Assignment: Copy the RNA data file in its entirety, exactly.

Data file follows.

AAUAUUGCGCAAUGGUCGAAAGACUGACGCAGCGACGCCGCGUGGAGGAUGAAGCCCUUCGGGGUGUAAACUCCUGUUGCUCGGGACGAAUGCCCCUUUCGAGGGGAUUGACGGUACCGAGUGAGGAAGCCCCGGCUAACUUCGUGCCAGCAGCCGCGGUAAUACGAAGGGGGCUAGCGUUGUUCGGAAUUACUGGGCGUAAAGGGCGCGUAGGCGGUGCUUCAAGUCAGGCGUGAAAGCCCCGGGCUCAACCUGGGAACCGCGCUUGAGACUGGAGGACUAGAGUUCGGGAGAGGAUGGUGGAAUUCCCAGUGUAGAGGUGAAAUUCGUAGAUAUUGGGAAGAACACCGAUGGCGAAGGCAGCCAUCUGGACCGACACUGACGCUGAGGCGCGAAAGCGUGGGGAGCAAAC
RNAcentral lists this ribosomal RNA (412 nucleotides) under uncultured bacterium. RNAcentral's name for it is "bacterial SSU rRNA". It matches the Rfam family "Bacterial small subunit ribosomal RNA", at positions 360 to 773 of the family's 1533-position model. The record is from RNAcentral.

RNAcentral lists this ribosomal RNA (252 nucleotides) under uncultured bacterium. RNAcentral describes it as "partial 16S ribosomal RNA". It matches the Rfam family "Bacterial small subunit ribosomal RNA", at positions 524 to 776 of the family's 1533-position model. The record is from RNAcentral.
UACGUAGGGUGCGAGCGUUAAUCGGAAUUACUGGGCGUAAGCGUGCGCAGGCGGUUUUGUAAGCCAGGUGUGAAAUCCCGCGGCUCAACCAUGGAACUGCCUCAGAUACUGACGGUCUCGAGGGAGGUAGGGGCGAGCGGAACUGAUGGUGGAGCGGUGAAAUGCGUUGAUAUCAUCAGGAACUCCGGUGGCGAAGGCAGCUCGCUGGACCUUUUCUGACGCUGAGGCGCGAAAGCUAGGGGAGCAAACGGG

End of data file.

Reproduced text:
AAUAUUGCGCAAUGGUCGAAAGACUGACGCAGCGACGCCGCGUGGAGGAUGAAGCCCUUCGGGGUGUAAACUCCUGUUGCUCGGGACGAAUGCCCCUUUCGAGGGGAUUGACGGUACCGAGUGAGGAAGCCCCGGCUAACUUCGUGCCAGCAGCCGCGGUAAUACGAAGGGGGCUAGCGUUGUUCGGAAUUACUGGGCGUAAAGGGCGCGUAGGCGGUGCUUCAAGUCAGGCGUGAAAGCCCCGGGCUCAACCUGGGAACCGCGCUUGAGACUGGAGGACUAGAGUUCGGGAGAGGAUGGUGGAAUUCCCAGUGUAGAGGUGAAAUUCGUAGAUAUUGGGAAGAACACCGAUGGCGAAGGCAGCCAUCUGGACCGACACUGACGCUGAGGCGCGAAAGCGUGGGGAGCAAAC
RNAcentral lists this ribosomal RNA (412 nucleotides) under uncultured bacterium. RNAcentral's name for it is "bacterial SSU rRNA". It matches the Rfam family "Bacterial small subunit ribosomal RNA", at positions 360 to 773 of the family's 1533-position model. The record is from RNAcentral.

RNAcentral lists this ribosomal RNA (252 nucleotides) under uncultured bacterium. RNAcentral describes it as "partial 16S ribosomal RNA". It matches the Rfam family "Bacterial small subunit ribosomal RNA", at positions 524 to 776 of the family's 1533-position model. The record is from RNAcentral.
UACGUAGGGUGCGAGCGUUAAUCGGAAUUACUGGGCGUAAGCGUGCGCAGGCGGUUUUGUAAGCCAGGUGUGAAAUCCCGCGGCUCAACCAUGGAACUGCCUCAGAUACUGACGGUCUCGAGGGAGGUAGGGGCGAGCGGAACUGAUGGUGGAGCGGUGAAAUGCGUUGAUAUCAUCAGGAACUCCGGUGGCGAAGGCAGCUCGCUGGACCUUUUCUGACGCUGAGGCGCGAAAGCUAGGGGAGCAAACGGG